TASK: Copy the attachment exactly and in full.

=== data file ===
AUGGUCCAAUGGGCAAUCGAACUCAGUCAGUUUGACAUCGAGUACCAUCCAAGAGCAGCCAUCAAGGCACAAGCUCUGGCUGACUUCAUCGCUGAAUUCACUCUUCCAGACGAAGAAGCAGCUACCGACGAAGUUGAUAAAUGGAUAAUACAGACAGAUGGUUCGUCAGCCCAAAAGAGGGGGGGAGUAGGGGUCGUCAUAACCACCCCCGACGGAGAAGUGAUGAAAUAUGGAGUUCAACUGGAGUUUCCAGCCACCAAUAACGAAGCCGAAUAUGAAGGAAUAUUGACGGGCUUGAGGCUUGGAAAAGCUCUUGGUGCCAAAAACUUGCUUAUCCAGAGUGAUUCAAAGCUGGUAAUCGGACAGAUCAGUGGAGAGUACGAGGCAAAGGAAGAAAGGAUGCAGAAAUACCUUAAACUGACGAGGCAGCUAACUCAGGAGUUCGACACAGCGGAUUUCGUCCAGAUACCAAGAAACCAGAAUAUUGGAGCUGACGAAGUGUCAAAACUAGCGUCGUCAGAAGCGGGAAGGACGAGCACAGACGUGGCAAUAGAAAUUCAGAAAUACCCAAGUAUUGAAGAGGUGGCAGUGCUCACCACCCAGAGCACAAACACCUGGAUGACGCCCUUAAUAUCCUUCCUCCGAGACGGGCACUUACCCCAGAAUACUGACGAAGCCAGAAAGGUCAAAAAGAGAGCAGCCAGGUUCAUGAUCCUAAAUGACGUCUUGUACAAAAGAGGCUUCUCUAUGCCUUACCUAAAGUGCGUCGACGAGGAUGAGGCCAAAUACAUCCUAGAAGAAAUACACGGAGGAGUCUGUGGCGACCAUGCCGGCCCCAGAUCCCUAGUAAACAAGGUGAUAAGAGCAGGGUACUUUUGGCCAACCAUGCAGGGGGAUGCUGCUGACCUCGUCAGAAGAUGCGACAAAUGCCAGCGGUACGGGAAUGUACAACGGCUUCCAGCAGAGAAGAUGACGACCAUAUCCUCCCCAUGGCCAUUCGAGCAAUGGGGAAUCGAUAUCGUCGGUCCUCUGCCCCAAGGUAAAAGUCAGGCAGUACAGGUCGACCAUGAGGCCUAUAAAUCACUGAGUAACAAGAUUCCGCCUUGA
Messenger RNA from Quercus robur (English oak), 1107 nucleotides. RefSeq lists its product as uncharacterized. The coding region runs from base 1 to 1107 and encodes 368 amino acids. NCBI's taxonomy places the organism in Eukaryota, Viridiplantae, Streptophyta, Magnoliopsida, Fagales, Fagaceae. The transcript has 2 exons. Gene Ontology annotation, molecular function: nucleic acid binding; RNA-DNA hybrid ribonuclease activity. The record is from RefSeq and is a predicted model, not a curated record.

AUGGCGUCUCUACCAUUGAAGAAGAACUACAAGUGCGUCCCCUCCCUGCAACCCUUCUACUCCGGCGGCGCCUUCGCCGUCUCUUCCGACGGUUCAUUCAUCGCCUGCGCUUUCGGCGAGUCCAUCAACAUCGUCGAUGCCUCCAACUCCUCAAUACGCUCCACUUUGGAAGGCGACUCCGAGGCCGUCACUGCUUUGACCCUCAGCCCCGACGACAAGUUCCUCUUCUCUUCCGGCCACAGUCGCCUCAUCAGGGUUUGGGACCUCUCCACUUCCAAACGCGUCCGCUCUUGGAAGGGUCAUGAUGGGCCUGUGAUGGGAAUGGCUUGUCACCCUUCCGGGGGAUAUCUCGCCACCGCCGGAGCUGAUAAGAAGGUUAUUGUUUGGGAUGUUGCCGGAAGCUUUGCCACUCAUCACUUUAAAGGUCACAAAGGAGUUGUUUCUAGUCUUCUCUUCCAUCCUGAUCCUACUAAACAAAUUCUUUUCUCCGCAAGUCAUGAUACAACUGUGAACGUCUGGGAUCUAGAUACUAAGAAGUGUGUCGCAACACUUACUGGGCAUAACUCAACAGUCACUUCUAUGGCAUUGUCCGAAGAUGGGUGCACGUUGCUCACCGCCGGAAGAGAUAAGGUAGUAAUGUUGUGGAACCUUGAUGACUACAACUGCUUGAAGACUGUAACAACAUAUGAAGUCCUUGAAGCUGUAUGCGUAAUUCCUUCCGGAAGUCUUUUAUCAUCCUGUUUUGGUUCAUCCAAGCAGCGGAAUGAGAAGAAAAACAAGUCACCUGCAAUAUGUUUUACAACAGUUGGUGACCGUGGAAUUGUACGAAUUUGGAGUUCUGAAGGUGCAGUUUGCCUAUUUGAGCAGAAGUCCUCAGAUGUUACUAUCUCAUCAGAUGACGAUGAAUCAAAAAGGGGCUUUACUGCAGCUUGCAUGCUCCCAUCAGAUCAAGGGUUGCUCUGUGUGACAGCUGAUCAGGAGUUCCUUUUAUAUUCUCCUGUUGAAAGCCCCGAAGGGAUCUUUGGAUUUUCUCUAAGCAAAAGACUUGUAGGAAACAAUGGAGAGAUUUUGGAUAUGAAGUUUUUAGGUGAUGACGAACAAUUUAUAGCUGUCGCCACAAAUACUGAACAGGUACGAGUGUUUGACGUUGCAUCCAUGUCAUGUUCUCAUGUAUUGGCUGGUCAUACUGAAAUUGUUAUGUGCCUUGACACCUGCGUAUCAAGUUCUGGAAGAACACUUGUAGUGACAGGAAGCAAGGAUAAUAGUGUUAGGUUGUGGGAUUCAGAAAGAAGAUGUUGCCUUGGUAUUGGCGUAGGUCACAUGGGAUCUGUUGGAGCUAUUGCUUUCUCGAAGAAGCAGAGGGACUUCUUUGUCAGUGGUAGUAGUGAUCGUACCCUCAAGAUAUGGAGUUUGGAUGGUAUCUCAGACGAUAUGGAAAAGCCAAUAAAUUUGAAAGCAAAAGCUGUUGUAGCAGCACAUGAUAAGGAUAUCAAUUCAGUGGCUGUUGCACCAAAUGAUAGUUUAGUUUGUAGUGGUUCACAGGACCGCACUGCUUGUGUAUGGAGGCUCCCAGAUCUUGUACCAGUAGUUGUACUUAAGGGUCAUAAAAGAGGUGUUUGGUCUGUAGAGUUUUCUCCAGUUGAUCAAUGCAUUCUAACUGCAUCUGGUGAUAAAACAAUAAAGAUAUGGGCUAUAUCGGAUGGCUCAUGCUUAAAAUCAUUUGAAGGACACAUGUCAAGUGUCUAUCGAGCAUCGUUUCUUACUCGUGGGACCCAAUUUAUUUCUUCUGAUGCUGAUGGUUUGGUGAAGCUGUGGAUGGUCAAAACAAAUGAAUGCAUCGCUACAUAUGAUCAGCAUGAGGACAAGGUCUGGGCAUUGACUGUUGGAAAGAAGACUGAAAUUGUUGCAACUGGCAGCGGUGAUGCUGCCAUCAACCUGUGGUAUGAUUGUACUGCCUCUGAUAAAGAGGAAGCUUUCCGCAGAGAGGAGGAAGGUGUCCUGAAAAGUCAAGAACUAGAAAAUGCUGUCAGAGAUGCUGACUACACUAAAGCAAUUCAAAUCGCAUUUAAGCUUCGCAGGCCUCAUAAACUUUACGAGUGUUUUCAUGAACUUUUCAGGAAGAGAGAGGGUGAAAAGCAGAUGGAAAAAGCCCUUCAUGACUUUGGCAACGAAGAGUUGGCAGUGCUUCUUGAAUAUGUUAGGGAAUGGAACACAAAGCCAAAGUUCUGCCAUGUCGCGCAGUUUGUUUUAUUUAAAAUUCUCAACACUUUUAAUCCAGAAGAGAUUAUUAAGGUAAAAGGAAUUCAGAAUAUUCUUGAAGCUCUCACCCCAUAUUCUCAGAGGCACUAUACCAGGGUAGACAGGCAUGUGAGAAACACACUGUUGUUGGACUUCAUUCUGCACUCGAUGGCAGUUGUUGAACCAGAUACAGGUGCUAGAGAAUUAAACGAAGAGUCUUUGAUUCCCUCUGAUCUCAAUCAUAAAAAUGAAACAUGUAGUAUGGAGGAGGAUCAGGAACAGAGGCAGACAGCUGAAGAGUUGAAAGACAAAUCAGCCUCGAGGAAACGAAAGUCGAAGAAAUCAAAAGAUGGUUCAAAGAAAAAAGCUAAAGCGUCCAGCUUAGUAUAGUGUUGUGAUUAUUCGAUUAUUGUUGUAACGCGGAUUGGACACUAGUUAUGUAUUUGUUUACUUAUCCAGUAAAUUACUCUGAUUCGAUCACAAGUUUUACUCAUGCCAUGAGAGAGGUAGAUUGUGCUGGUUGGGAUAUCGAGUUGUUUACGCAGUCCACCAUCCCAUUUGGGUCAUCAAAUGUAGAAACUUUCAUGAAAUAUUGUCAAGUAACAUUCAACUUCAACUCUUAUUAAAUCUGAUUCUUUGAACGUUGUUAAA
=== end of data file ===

AUGGUCCAAUGGGCAAUCGAACUCAGUCAGUUUGACAUCGAGUACCAUCCAAGAGCAGCCAUCAAGGCACAAGCUCUGGCUGACUUCAUCGCUGAAUUCACUCUUCCAGACGAAGAAGCAGCUACCGACGAAGUUGAUAAAUGGAUAAUACAGACAGAUGGUUCGUCAGCCCAAAAGAGGGGGGGAGUAGGGGUCGUCAUAACCACCCCCGACGGAGAAGUGAUGAAAUAUGGAGUUCAACUGGAGUUUCCAGCCACCAAUAACGAAGCCGAAUAUGAAGGAAUAUUGACGGGCUUGAGGCUUGGAAAAGCUCUUGGUGCCAAAAACUUGCUUAUCCAGAGUGAUUCAAAGCUGGUAAUCGGACAGAUCAGUGGAGAGUACGAGGCAAAGGAAGAAAGGAUGCAGAAAUACCUUAAACUGACGAGGCAGCUAACUCAGGAGUUCGACACAGCGGAUUUCGUCCAGAUACCAAGAAACCAGAAUAUUGGAGCUGACGAAGUGUCAAAACUAGCGUCGUCAGAAGCGGGAAGGACGAGCACAGACGUGGCAAUAGAAAUUCAGAAAUACCCAAGUAUUGAAGAGGUGGCAGUGCUCACCACCCAGAGCACAAACACCUGGAUGACGCCCUUAAUAUCCUUCCUCCGAGACGGGCACUUACCCCAGAAUACUGACGAAGCCAGAAAGGUCAAAAAGAGAGCAGCCAGGUUCAUGAUCCUAAAUGACGUCUUGUACAAAAGAGGCUUCUCUAUGCCUUACCUAAAGUGCGUCGACGAGGAUGAGGCCAAAUACAUCCUAGAAGAAAUACACGGAGGAGUCUGUGGCGACCAUGCCGGCCCCAGAUCCCUAGUAAACAAGGUGAUAAGAGCAGGGUACUUUUGGCCAACCAUGCAGGGGGAUGCUGCUGACCUCGUCAGAAGAUGCGACAAAUGCCAGCGGUACGGGAAUGUACAACGGCUUCCAGCAGAGAAGAUGACGACCAUAUCCUCCCCAUGGCCAUUCGAGCAAUGGGGAAUCGAUAUCGUCGGUCCUCUGCCCCAAGGUAAAAGUCAGGCAGUACAGGUCGACCAUGAGGCCUAUAAAUCACUGAGUAACAAGAUUCCGCCUUGA
Messenger RNA from Quercus robur (English oak), 1107 nucleotides. RefSeq lists its product as uncharacterized. The coding region runs from base 1 to 1107 and encodes 368 amino acids. NCBI's taxonomy places the organism in Eukaryota, Viridiplantae, Streptophyta, Magnoliopsida, Fagales, Fagaceae. The transcript has 2 exons. Gene Ontology annotation, molecular function: nucleic acid binding; RNA-DNA hybrid ribonuclease activity. The record is from RefSeq and is a predicted model, not a curated record.

AUGGCGUCUCUACCAUUGAAGAAGAACUACAAGUGCGUCCCCUCCCUGCAACCCUUCUACUCCGGCGGCGCCUUCGCCGUCUCUUCCGACGGUUCAUUCAUCGCCUGCGCUUUCGGCGAGUCCAUCAACAUCGUCGAUGCCUCCAACUCCUCAAUACGCUCCACUUUGGAAGGCGACUCCGAGGCCGUCACUGCUUUGACCCUCAGCCCCGACGACAAGUUCCUCUUCUCUUCCGGCCACAGUCGCCUCAUCAGGGUUUGGGACCUCUCCACUUCCAAACGCGUCCGCUCUUGGAAGGGUCAUGAUGGGCCUGUGAUGGGAAUGGCUUGUCACCCUUCCGGGGGAUAUCUCGCCACCGCCGGAGCUGAUAAGAAGGUUAUUGUUUGGGAUGUUGCCGGAAGCUUUGCCACUCAUCACUUUAAAGGUCACAAAGGAGUUGUUUCUAGUCUUCUCUUCCAUCCUGAUCCUACUAAACAAAUUCUUUUCUCCGCAAGUCAUGAUACAACUGUGAACGUCUGGGAUCUAGAUACUAAGAAGUGUGUCGCAACACUUACUGGGCAUAACUCAACAGUCACUUCUAUGGCAUUGUCCGAAGAUGGGUGCACGUUGCUCACCGCCGGAAGAGAUAAGGUAGUAAUGUUGUGGAACCUUGAUGACUACAACUGCUUGAAGACUGUAACAACAUAUGAAGUCCUUGAAGCUGUAUGCGUAAUUCCUUCCGGAAGUCUUUUAUCAUCCUGUUUUGGUUCAUCCAAGCAGCGGAAUGAGAAGAAAAACAAGUCACCUGCAAUAUGUUUUACAACAGUUGGUGACCGUGGAAUUGUACGAAUUUGGAGUUCUGAAGGUGCAGUUUGCCUAUUUGAGCAGAAGUCCUCAGAUGUUACUAUCUCAUCAGAUGACGAUGAAUCAAAAAGGGGCUUUACUGCAGCUUGCAUGCUCCCAUCAGAUCAAGGGUUGCUCUGUGUGACAGCUGAUCAGGAGUUCCUUUUAUAUUCUCCUGUUGAAAGCCCCGAAGGGAUCUUUGGAUUUUCUCUAAGCAAAAGACUUGUAGGAAACAAUGGAGAGAUUUUGGAUAUGAAGUUUUUAGGUGAUGACGAACAAUUUAUAGCUGUCGCCACAAAUACUGAACAGGUACGAGUGUUUGACGUUGCAUCCAUGUCAUGUUCUCAUGUAUUGGCUGGUCAUACUGAAAUUGUUAUGUGCCUUGACACCUGCGUAUCAAGUUCUGGAAGAACACUUGUAGUGACAGGAAGCAAGGAUAAUAGUGUUAGGUUGUGGGAUUCAGAAAGAAGAUGUUGCCUUGGUAUUGGCGUAGGUCACAUGGGAUCUGUUGGAGCUAUUGCUUUCUCGAAGAAGCAGAGGGACUUCUUUGUCAGUGGUAGUAGUGAUCGUACCCUCAAGAUAUGGAGUUUGGAUGGUAUCUCAGACGAUAUGGAAAAGCCAAUAAAUUUGAAAGCAAAAGCUGUUGUAGCAGCACAUGAUAAGGAUAUCAAUUCAGUGGCUGUUGCACCAAAUGAUAGUUUAGUUUGUAGUGGUUCACAGGACCGCACUGCUUGUGUAUGGAGGCUCCCAGAUCUUGUACCAGUAGUUGUACUUAAGGGUCAUAAAAGAGGUGUUUGGUCUGUAGAGUUUUCUCCAGUUGAUCAAUGCAUUCUAACUGCAUCUGGUGAUAAAACAAUAAAGAUAUGGGCUAUAUCGGAUGGCUCAUGCUUAAAAUCAUUUGAAGGACACAUGUCAAGUGUCUAUCGAGCAUCGUUUCUUACUCGUGGGACCCAAUUUAUUUCUUCUGAUGCUGAUGGUUUGGUGAAGCUGUGGAUGGUCAAAACAAAUGAAUGCAUCGCUACAUAUGAUCAGCAUGAGGACAAGGUCUGGGCAUUGACUGUUGGAAAGAAGACUGAAAUUGUUGCAACUGGCAGCGGUGAUGCUGCCAUCAACCUGUGGUAUGAUUGUACUGCCUCUGAUAAAGAGGAAGCUUUCCGCAGAGAGGAGGAAGGUGUCCUGAAAAGUCAAGAACUAGAAAAUGCUGUCAGAGAUGCUGACUACACUAAAGCAAUUCAAAUCGCAUUUAAGCUUCGCAGGCCUCAUAAACUUUACGAGUGUUUUCAUGAACUUUUCAGGAAGAGAGAGGGUGAAAAGCAGAUGGAAAAAGCCCUUCAUGACUUUGGCAACGAAGAGUUGGCAGUGCUUCUUGAAUAUGUUAGGGAAUGGAACACAAAGCCAAAGUUCUGCCAUGUCGCGCAGUUUGUUUUAUUUAAAAUUCUCAACACUUUUAAUCCAGAAGAGAUUAUUAAGGUAAAAGGAAUUCAGAAUAUUCUUGAAGCUCUCACCCCAUAUUCUCAGAGGCACUAUACCAGGGUAGACAGGCAUGUGAGAAACACACUGUUGUUGGACUUCAUUCUGCACUCGAUGGCAGUUGUUGAACCAGAUACAGGUGCUAGAGAAUUAAACGAAGAGUCUUUGAUUCCCUCUGAUCUCAAUCAUAAAAAUGAAACAUGUAGUAUGGAGGAGGAUCAGGAACAGAGGCAGACAGCUGAAGAGUUGAAAGACAAAUCAGCCUCGAGGAAACGAAAGUCGAAGAAAUCAAAAGAUGGUUCAAAGAAAAAAGCUAAAGCGUCCAGCUUAGUAUAGUGUUGUGAUUAUUCGAUUAUUGUUGUAACGCGGAUUGGACACUAGUUAUGUAUUUGUUUACUUAUCCAGUAAAUUACUCUGAUUCGAUCACAAGUUUUACUCAUGCCAUGAGAGAGGUAGAUUGUGCUGGUUGGGAUAUCGAGUUGUUUACGCAGUCCACCAUCCCAUUUGGGUCAUCAAAUGUAGAAACUUUCAUGAAAUAUUGUCAAGUAACAUUCAACUUCAACUCUUAUUAAAUCUGAUUCUUUGAACGUUGUUAAA